14 Replies Latest reply: Jul 6, 2015 5:56 PM by eastpole
Chelicerata Level 1 (25 points)

Hi, everyone —

 

Getting a little obsessed about cleaning out unnecessary Console messages and I'm finding that ~50% of my messages is this exact line:

 

com.apple.time: Interval maximum value is 946100000 seconds (specified value: 9223372036854775807).

 

I get this line about once a minute, and at the top of the hour get it almost a hundred times, ie:

 

6/6/13 8:59:59.991 AM com.apple.time[161]: Interval maximum value is 946100000 seconds (specified value: 9223372036854775807).

6/6/13 8:59:59.994 AM com.apple.time[161]: Interval maximum value is 946100000 seconds (specified value: 9223372036854775807).

6/6/13 8:59:59.996 AM com.apple.time[161]: Interval maximum value is 946100000 seconds (specified value: 9223372036854775807).

6/6/13 8:59:59.998 AM com.apple.time[161]: Interval maximum value is 946100000 seconds (specified value: 9223372036854775807).

6/6/13 9:00:00.001 AM com.apple.time[161]: Interval maximum value is 946100000 seconds (specified value: 9223372036854775807).

6/6/13 9:00:42.568 AM com.apple.time[161]: Interval maximum value is 946100000 seconds (specified value: 9223372036854775807).

6/6/13 9:01:33.575 AM com.apple.time[161]: Interval maximum value is 946100000 seconds (specified value: 9223372036854775807).

 

 

Anyone know how to clean this up?


iMac (27-inch, Late 2012), OS X Mountain Lion (10.8.4), Fusion Drive
  • Linc Davis Level 10 (192,479 points)

    It's an artifact caused by the 10.8.4 update. Ignore.

  • Chelicerata Level 1 (25 points)

    Meaning it was introduced in 10.8.4 and is expected to be cleared up by Apple in a future update?

     

    Thanks.

  • Linc Davis Level 10 (192,479 points)

    I don't know when it will be cleared up, but yes.

  • eben Level 1 (35 points)

    still there in mavericks.

  • Krioni Level 1 (0 points)

    Still in Mavericks as of 10.9.1.

  • Thomas Tempelmann Level 1 (45 points)
  • Thomas Tempelmann Level 1 (45 points)

    Though, it turns out that deleting the SystemConfiguration folder did not help in my case, nor did another reboot with PRAM-Reset (held down opt-cmd-p-r for 3 reboots). Maybe it's important to first reset PRAM and only then delete that folder, but I'm not eager to go thru this again right now. If you try, make sure to follow that order and let us know if it helped.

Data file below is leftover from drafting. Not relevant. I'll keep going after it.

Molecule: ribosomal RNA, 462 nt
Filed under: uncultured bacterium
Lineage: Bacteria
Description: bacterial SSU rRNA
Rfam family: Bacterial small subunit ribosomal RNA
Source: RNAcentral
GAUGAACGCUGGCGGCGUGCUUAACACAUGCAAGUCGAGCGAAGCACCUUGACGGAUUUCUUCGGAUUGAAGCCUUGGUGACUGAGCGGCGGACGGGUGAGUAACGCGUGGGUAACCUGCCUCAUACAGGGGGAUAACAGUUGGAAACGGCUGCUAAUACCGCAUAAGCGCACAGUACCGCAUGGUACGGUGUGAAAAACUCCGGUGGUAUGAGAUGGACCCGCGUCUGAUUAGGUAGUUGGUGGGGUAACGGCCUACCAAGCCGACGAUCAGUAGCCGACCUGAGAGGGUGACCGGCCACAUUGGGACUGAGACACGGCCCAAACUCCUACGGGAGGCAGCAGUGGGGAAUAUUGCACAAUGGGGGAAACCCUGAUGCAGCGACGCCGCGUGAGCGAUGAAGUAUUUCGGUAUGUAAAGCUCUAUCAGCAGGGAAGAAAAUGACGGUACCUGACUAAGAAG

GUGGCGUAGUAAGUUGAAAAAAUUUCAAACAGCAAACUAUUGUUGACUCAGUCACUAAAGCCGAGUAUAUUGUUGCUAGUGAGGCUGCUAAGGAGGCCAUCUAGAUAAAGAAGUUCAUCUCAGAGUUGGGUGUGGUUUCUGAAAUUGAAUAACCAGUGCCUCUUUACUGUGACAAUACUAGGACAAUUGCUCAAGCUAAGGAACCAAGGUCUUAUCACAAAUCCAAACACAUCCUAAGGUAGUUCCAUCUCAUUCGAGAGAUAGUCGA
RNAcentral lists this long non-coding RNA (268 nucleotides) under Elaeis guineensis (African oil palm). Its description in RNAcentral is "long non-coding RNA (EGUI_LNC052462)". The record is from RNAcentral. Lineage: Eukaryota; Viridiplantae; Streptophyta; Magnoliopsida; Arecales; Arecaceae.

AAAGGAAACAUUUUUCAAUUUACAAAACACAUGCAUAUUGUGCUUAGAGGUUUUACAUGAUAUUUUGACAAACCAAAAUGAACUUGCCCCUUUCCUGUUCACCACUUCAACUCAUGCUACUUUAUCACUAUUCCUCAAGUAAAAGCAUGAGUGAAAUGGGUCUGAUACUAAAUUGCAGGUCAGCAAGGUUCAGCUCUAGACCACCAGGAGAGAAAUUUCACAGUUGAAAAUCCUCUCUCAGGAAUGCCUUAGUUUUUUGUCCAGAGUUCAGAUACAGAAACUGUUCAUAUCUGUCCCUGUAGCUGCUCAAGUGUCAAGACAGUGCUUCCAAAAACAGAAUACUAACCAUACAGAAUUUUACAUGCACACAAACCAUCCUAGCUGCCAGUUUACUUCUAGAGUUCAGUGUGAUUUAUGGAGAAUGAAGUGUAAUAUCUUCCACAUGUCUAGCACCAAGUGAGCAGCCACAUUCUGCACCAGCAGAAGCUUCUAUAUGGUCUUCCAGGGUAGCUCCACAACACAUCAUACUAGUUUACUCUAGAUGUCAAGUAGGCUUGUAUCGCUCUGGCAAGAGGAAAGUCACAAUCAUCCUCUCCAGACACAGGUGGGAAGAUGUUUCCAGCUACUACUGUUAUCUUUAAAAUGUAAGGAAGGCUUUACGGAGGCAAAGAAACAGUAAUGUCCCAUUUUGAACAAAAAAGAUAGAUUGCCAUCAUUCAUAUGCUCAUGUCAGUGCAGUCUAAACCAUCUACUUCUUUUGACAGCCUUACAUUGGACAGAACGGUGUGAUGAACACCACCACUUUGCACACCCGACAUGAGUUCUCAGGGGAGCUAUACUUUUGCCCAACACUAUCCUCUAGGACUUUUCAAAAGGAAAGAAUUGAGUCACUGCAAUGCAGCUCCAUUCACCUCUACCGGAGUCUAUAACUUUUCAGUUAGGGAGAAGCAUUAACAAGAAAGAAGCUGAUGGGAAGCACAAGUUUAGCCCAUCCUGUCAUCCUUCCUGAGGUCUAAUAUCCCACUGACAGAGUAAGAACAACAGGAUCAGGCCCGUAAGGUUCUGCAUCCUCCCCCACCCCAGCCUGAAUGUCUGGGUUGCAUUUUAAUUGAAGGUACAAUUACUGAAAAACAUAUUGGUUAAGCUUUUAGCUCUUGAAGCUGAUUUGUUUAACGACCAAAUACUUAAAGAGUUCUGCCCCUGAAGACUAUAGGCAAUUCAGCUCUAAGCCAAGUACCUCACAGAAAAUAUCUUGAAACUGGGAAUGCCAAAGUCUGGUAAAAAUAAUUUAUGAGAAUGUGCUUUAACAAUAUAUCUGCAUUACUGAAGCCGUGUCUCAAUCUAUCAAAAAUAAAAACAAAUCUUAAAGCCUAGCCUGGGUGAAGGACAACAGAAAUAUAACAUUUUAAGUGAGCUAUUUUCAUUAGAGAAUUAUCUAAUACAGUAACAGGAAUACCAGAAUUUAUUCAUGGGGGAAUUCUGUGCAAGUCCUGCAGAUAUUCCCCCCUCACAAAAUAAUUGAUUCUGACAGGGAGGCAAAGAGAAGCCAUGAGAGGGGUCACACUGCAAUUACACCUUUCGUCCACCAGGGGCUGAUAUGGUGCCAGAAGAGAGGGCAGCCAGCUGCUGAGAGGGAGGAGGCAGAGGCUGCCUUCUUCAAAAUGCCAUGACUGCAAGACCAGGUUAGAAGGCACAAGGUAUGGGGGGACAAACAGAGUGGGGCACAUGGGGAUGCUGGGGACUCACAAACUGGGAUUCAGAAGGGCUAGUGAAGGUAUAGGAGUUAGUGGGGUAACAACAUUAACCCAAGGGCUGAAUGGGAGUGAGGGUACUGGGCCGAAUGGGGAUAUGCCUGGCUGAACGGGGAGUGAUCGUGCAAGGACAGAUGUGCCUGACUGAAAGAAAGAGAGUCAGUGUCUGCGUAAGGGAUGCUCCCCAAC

• schrecktech Level 1 (0 points)

    The specified value, https://en.wikipedia.org/wiki/9223372036854775807, is the maximum signed 64-bit integer -- this may help the com.apple.time issue for Apple?

  • l0v3r Level 1 (0 points)

    Ok, after digging a bit, I've found what cause this warning: the DOT @ the end of the NTP server name... I thing it is used to specify the interval from the GUI, but without a value (i.e. Apple, Europe, (time.euro.apple.com.)) it probably fall to the maximum signed int64 value.

    If you trim that dot or specify a value after the dot, the warning goes away.

     

    Moreno

     

    Edit: I now have these console errors... sandbox...:

     

    07/08/14 10:06:33,415 sandboxd[158]: ([196]) ntpd(196) deny file-read-data /private/var/run/resolv.conf

    07/08/14 10:06:33,419 sandboxd[158]: ([196]) ntpd(196) deny file-read-data /private/var/run/resolv.conf

    07/08/14 10:08:35,827 sandboxd[158]: ([196]) ntpd(196) deny file-read-data /private/var/run/resolv.conf

    07/08/14 10:08:35,831 sandboxd[158]: ([196]) ntpd(196) deny file-read-data /private/var/run/resolv.conf

    07/08/14 10:12:37,845 sandboxd[158]: ([196]) ntpd(196) deny file-read-data /private/var/run/resolv.conf

    07/08/14 10:12:37,849 sandboxd[158]: ([196]) ntpd(196) deny file-read-data /private/var/run/resolv.conf

  • l0v3r Level 1 (0 points)

    Ok, removed also the sandbox errors by allowing read access to resolv.conf in /System/Library/Sandbox/Profiles/system.sb.

    Now ntpd sync fine and no more errors about com.apple.time interval.

     

    l0v3r

  • Chippy99 Level 1 (10 points)

    I am a bit of an OS X numpty, so can I just check - did you simply edit system.sb with Nano or something and add resolv.conf to the allowed files list?

     

    Presumably under "Allow access to special files"?

  • l0v3r Level 1 (0 points)

    Sorry for delay,

    I copied system.db somewhere in my user folder, such in Desktop, than edited with textedit; but you can simply edit it with nano from console if you prefer.

    In system.db I added resolv.conf to the end of "allow file-read*" section in this way:

     

    ;;; Allow access to standard special files.

    (allow file-read*

           (literal "/dev/autofs_nowait")

           (literal "/dev/random")

           (literal "/dev/urandom")

           (literal "/private/etc/master.passwd")

           (literal "/private/etc/passwd")

           (literal "/private/var/run/resolv.conf"))

     

    The only downside is that after a system update the file revert back to system default and you need to apply the change again.

     

    Cheers

  • EleanorB Level 1 (0 points)

    Where in system.sb is this dot to be removed?

     

    Eleanor

  • eastpole Level 1 (0 points)

    I'm just here to say the problem still exists in 10.9.5. Can anyone say if it's fixed in 10.10?